Miltefosine represents a major therapeutic advance for the treatment of leishmaniasis, with possible use against other pathogens. The drug’s development is a clear success story of a partnership between WHO, a private company and strongly motivated clinical researchers in endemic countries that proved that drug development for neglected diseases by PPPs is a viable model (figure 1).87–89 However, to date, access to miltefosine is limited, even in a context where preferential pricing should apply, and the manufacturer still has a de facto monopoly of a drug as the only quality-assured source. Based on miltefosine’s development history, we present policy recommendations for the wider drug development context and eventually narrow the train of our focus on practical suggestions to improve access to miltefosine for leishmaniasis.
One of the main lessons learnt is that miltefosine’s availability has been affected by the multiple changes in the ownership rights (as shown in figure 1) which resulted in changing distribution or marketing licenses for different subsidiaries over time.90–92 The agreement between WHO/TDR and the initial company—drafted to ensure continuous supply at an affordable price for public health use— could not be enforced with the company’s later successors. The case for needing a stronger agreement to ensure access in the postapproval phase is compelling, especially with the expansion of the PPP model for drug development, through organisations like the Drugs for Neglected Diseases initiative, Medicine for Malaria Venture and other entities.
Product development partnerships should set goals beyond mere registration of an NTD drug in endemic countries.93 94 Pharmaceutical or biotech companies targeting neglected diseases seem to operate a niche business model,45 seeking profits from both public and private markets in tiered pricing mechanisms. Tiered or differential pricing structure has been argued as a rational way of funding drug or vaccine availability in endemic resource-poor countries if effective access is indeed provided.95 However, sustained access under preferential pricing may not spontaneously yield robust market mechanisms for demand. Underlying PPP agreements must, therefore, include detailed and transparent provisions for sustained access, including pricing structures and frameworks for monitoring and enforcement.93 96 The absence of these structures and frameworks was a critical factor in the miltefosine journey. Furthermore, deployment strategies for new NTD drugs should also include long-term pharmacovigilance and feasibility studies for various contexts.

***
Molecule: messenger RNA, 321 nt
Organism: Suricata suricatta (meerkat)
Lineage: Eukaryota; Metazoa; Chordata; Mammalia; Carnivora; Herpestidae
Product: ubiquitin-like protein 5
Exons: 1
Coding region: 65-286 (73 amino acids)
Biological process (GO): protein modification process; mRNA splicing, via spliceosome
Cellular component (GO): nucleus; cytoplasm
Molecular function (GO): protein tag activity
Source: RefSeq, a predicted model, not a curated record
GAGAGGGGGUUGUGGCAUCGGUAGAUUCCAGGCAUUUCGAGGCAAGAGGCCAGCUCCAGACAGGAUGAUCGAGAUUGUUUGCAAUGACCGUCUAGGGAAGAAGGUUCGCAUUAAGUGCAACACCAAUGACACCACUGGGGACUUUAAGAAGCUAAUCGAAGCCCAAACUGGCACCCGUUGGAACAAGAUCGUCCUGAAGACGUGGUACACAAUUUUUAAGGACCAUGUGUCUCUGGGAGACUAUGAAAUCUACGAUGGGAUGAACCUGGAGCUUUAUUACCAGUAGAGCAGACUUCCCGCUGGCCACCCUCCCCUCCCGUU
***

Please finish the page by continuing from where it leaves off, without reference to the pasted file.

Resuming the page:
Another lesson is that some current incentive mechanisms meant to enhance R&D for NTDs seem to defeat their purpose. In 2014, the US FDA approved miltefosine registration for leishmaniasis, and Knight Therapeutics—which had acquired the rights to the drug the same year—was granted a reward: the tropical disease priority review voucher (PRV).97 98 PRV is enacted since 2007 to facilitate the development of drugs for NTDs. If a sponsor achieves approval for a new chemical entity that constitutes a significant improvement for one of the listed tropical diseases, the sponsor receives a PRV which can be used for priority review of any subsequent new drug or biologic under development.99 100 The voucher is transferable, and its value has been estimated to be up to US$350 million101.
While the voucher is meant to stimulate R&D for NTD drugs, the overall impact of the programme has yet to be established.102 103 In the case of miltefosine, as a drug co-developed with public money and already licensed in key countries, the lucrative incentive seems misplaced.104 Knight Therapeutics subsequently sold its PRV to Gilead for US$125 million,105 yet no improvements in miltefosine pricing or access in global markets have been seen so far.86 We suggest that preconditions on PRVs should stipulate that applicants seek regulatory approval of the drug in endemic countries, and demonstrate appropriate access strategies.103 106